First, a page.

Press "Enter" to skip to content

Stock Funds See Inflows as Growth Fears Abate


A trader on the NYSE floor Friday, as major U.S. stock indexes ended with three consecutive weeks of declines.


Photo:

Richard Drew/Associated Press

Investors have jumped back into stock funds as trade tensions with China showed signs of easing, reversing a long stretch of outflows.

Global equity funds saw $14.4 billion in inflows in the week ended Wednesday, the most since March 2018, according to a Bank of America Merrill Lynch analysis of EPFR Global data. That follows seven consecutive weeks of outflows.

After a volatile August that rattled stock and bond markets, major U.S. stock indexes have climbed for three consecutive weeks, putting the Dow Jones Industrial Average and S&P 500 within about 0.6% of their all-time highs. A thaw in trade tensions with China and hopes for central-bank stimulus have led to investors’ surge in optimism.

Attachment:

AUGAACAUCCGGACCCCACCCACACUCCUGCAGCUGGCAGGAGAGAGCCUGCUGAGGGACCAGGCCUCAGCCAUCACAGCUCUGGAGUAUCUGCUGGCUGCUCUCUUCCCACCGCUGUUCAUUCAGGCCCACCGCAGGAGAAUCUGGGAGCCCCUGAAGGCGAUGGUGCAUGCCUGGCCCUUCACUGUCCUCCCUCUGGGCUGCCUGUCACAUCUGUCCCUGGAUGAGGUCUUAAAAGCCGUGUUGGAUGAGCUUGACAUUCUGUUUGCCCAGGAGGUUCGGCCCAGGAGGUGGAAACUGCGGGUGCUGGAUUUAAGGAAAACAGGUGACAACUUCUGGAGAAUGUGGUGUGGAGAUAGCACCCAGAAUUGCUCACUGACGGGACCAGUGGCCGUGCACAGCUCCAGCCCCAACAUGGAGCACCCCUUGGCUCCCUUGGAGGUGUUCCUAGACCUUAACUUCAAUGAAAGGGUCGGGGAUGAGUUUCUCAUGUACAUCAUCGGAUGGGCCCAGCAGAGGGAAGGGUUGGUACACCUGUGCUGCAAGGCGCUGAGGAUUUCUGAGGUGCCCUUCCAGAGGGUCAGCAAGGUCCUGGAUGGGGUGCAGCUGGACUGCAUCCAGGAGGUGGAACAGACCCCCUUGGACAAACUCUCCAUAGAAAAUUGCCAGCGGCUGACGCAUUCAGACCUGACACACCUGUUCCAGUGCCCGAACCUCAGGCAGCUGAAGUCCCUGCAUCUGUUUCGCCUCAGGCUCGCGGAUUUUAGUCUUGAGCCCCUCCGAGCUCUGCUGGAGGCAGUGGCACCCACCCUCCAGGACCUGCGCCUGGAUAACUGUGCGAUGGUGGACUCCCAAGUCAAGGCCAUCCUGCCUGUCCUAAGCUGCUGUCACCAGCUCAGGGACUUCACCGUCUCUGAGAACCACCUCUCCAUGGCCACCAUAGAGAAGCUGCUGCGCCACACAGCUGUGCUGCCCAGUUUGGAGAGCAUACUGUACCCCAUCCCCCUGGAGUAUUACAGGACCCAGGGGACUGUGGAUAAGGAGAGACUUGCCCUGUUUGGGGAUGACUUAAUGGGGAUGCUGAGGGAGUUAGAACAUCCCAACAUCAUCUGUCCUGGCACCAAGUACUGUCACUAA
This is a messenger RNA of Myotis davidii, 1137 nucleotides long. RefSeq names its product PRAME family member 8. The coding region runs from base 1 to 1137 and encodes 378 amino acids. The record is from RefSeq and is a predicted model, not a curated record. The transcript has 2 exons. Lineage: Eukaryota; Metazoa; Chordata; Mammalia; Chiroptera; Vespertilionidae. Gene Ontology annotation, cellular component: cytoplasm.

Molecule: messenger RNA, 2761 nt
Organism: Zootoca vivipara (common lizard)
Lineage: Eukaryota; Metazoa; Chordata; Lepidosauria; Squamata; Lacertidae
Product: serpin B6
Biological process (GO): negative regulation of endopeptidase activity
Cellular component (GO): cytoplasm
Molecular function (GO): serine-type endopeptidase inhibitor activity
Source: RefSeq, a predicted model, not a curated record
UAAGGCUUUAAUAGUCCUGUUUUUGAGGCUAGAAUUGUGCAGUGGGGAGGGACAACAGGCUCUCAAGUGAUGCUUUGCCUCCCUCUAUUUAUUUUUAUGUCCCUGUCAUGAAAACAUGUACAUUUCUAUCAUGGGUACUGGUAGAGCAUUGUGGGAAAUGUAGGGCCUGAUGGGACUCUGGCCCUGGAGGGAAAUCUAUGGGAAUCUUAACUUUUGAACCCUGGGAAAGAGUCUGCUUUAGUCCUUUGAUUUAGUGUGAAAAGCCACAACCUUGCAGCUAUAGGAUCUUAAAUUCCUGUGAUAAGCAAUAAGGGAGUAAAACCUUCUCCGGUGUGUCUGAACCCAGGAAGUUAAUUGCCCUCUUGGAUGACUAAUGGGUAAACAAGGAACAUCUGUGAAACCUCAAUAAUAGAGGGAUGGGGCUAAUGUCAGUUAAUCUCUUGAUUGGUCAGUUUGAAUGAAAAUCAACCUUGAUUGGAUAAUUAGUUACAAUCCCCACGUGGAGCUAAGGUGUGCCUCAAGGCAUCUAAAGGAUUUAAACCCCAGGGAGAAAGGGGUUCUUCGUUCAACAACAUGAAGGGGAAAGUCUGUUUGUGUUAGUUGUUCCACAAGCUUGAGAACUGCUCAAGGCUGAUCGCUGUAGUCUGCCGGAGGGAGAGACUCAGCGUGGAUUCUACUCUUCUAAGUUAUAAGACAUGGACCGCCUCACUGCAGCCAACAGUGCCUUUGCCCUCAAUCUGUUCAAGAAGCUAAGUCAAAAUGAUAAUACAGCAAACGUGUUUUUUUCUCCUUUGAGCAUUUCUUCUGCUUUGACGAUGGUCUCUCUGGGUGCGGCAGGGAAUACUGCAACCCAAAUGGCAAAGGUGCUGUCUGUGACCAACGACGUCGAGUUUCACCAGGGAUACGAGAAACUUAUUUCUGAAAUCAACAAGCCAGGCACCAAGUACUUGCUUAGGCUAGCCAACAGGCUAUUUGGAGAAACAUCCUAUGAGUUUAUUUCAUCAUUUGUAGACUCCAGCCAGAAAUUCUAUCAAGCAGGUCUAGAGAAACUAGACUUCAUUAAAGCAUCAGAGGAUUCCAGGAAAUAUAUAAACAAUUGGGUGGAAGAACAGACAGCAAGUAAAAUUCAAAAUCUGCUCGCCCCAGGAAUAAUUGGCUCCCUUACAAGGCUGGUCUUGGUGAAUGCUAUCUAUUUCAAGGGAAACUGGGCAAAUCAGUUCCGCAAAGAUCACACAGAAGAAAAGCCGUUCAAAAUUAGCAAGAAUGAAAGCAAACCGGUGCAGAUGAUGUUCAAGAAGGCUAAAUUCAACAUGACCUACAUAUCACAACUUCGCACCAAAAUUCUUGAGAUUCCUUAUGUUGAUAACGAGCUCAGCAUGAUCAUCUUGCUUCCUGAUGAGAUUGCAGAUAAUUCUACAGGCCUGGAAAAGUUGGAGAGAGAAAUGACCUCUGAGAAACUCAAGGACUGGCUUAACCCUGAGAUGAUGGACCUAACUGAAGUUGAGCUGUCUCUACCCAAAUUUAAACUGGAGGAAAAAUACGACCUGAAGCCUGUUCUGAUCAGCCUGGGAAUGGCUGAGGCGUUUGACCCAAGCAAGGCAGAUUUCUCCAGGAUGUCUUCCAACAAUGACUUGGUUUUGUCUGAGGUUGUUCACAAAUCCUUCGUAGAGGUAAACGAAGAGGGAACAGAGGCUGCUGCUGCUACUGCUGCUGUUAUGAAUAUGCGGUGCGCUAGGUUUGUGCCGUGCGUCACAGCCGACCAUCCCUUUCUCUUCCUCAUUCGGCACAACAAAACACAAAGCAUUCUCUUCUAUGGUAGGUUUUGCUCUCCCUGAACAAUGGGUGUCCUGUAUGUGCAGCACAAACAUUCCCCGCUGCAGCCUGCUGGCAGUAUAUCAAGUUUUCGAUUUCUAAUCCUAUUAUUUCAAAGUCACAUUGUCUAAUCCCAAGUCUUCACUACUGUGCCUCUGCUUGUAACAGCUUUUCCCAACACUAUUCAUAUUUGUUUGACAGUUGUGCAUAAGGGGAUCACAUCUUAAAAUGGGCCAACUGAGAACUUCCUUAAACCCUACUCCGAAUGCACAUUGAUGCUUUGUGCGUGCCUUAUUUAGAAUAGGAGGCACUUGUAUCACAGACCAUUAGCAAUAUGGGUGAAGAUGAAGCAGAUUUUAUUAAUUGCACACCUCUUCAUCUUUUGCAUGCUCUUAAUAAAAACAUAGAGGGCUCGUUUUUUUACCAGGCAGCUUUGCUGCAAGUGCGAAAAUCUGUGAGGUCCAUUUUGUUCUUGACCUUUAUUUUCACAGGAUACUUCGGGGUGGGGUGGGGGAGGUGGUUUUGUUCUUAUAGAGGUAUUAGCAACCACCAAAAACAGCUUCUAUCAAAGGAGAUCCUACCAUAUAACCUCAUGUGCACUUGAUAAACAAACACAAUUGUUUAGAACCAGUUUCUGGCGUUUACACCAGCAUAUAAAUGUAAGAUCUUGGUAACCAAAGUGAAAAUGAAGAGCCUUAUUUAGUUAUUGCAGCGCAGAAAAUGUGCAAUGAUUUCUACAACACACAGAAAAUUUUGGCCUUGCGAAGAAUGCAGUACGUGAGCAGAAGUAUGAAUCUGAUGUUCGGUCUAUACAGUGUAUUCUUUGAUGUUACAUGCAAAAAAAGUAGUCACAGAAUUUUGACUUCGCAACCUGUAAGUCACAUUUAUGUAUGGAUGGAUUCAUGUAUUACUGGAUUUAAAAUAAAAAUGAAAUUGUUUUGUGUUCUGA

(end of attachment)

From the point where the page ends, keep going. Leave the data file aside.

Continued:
“I think there’s a host of things that have come together in the last two to four weeks that at a minimum could have investors revisiting whether they should be as bearish on stocks and bullish on bonds as they’ve been,” said

Jim Paulsen,

chief investment strategist for Leuthold Group.

Investors also added $5.4 billion to bond funds in the latest week, according to the BofA Merrill Lynch analysis.

After dropping for much of August, government-bond yields around the world have risen in recent sessions. The yield on the 10-year Treasury note capped off its biggest one-week yield gain since June 2013, rising to 1.901% Friday.

“We have a tremendous rotation going on in the market,” said

Dave Lutz,

macro strategist with JonesTrading.

Investors also pulled $800 million from gold funds, suggesting an increased appetite for risk. Gold prices are down nearly 4% since hitting a six-year peak earlier in the month.

Copyright ©2019 Dow Jones & Company, Inc. All Rights Reserved. 87990cbe856818d5eddac44c7b1cdeb8



Source link